It's a tricky path to peace
By Victor Ivan
The United National Front government is moving fast
towards an agreement with the LTTE for the purpose of bringing about a
solution to the ethnic crisis. Economically the country is in a state of
unprecedented bankruptcy. In economic development the country has gone
down to a minus growth. Although the fundamental problems of the country
are various all those problems are inter-twined.
Among all these problems, the most difficult and the most complicated
is the ethnic problem. Although there are other problems the country is
in such a state that none of those can be cleared while
the ethnic hurdle remains.
Although the country may need to continue with the war, it is not possible
in the present economic state. If a solution is required, the only option
available is the peace path. The political strategy of the new government
appears to be, to get over all other problems by bringing about peace.
In this state of bankruptcy, the country does not have the capacity
to stand up on its own without a policy of heaping burdens on the people.
However, an honest and powerful attempt to achieve peace is a way of getting
international wealth for the country.
The path towards peace is not easy. One little mistake could destroy
the whole country. Mr. Ranil Wickremesinghe does not have many optional
paths from which to select. He has only one.
Although Mr. Wickremesinghe has a majority in Parliament, the presidency
with executive powers is with the opposition. Although Mr. Wickremesinghe
has got a mandate from the people for peace, there are also a large number
of people in the country who had voted against him. While it is not possible
for the UNP'ers to forget easily what the PA had done against them, the
people who voted for the opposition parties, too, are unable to forget
all the enmities, and to support the new government. The people who are
divided ethnically also have contradictory expectations. The rising cost
of living has also affected the attitudes of the people.
Although it is not possible to get everybody to agree to a solution,
agreement of a large majority is essential. Keeping those who do not agree
to a solution in a state of non-action against it, is an essential condition
for a solution. The agreement of the LTTE and the agreement of the Tamil
people is not adequate for a solution. The agreement of a majority of the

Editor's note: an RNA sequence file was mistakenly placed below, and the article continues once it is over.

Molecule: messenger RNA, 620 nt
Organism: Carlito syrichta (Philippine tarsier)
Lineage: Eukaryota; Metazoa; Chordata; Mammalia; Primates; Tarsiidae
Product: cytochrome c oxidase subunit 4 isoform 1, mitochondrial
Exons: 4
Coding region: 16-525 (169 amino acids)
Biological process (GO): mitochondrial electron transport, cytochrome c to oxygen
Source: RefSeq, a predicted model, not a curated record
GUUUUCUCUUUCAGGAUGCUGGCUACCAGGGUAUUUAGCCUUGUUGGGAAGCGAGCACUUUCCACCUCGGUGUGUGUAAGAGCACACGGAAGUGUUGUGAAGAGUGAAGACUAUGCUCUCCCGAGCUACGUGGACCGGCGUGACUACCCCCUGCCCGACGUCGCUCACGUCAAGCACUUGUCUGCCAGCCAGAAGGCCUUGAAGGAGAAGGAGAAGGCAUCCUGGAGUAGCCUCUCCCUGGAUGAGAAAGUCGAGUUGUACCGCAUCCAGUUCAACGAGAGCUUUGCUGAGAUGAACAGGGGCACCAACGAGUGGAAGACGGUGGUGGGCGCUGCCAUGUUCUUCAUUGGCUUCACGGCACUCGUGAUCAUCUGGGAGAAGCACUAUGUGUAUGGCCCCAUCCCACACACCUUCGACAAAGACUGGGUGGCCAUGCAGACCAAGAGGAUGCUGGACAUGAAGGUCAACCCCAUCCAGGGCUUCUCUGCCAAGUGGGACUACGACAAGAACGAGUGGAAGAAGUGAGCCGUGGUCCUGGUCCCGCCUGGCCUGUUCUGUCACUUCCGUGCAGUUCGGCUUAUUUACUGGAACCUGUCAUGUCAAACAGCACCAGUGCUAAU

Sinhala and Muslim people is essential for that purpose.
Although it would not be easy to have a common framework on which all
can agree, that is the objective that must be realised.
In this difficult path the UNF government does not have some of the
advantages that the PA government had. The PA had parliamentary power as
well as the power of the Executive Presidency. The UNF has only parliamentary
When the PA was in power the JVP acted in such a way that although it
criticised the PA it did not take decisive action against them. However,
under the UNF government the JVP functions as a party that acts in co-operation
with the PA.
What may happen is that the PA will not follow a policy of opposing
immediately, but would get the JVP to do that job, and will rise up powerfully
when an opportune moment arises.
The main contender in the race is Mr. Wickremesinghe. However, Chandrika
Kumaratunga has the steering wheel.
The future of the peace process depends on how this central problem
in the path towards peace, is solved. The UNF could have solved that problem
if it had done so soon after victory and when the people were enthusiastic.
In the path towards peace it is essential to gain the support of the opposition.
It is also possible that if the steering power of the peace process is
left in the hands of the lady leader for the purpose of getting support,
it could end in disaster.
The writer is the Editor of Ravaya
Focus on Rights
Media law reform this time around
By Kishali Pinto Jayawardene
It cannot, justifiably, be the fault of the United
National Front government that all its major reform processes are dogged
by a deafening sense of déjà vu. This week's Cabinet decision
on media law reforms is another unfortunate case in point. Scarcely seven
years have passed, after all, since this country heard a new government
announcing an almost identical package of law reforms with similar exuberance.
We all know what happened subsequently, epitomised in those famous assurances
given time and time again to foreign media observers by then Media Minister
Mangala Samaraweera, that the Peoples Alliance administration was all right
on press freedom, " we are honestly sincere……….it is just taking so much
of time." This time around therefore, the key word is 'immediate'. And
the key question is; would the buck again be passed to committees and commissions
which would squabble and ponder interminably over which line should go
in and which line should go out in the proposed laws? The following months
should undoubtedly provide the answer to that question.
The 2002 media law reforms package comprises much the same content as
in 1994 with the focus primarily on enacting laws on Freedom of Information
and Contempt of Court, abolition of the offence of Criminal Defamation
and amendments to the Parliamentary (Powers and Privileges) (Amendment)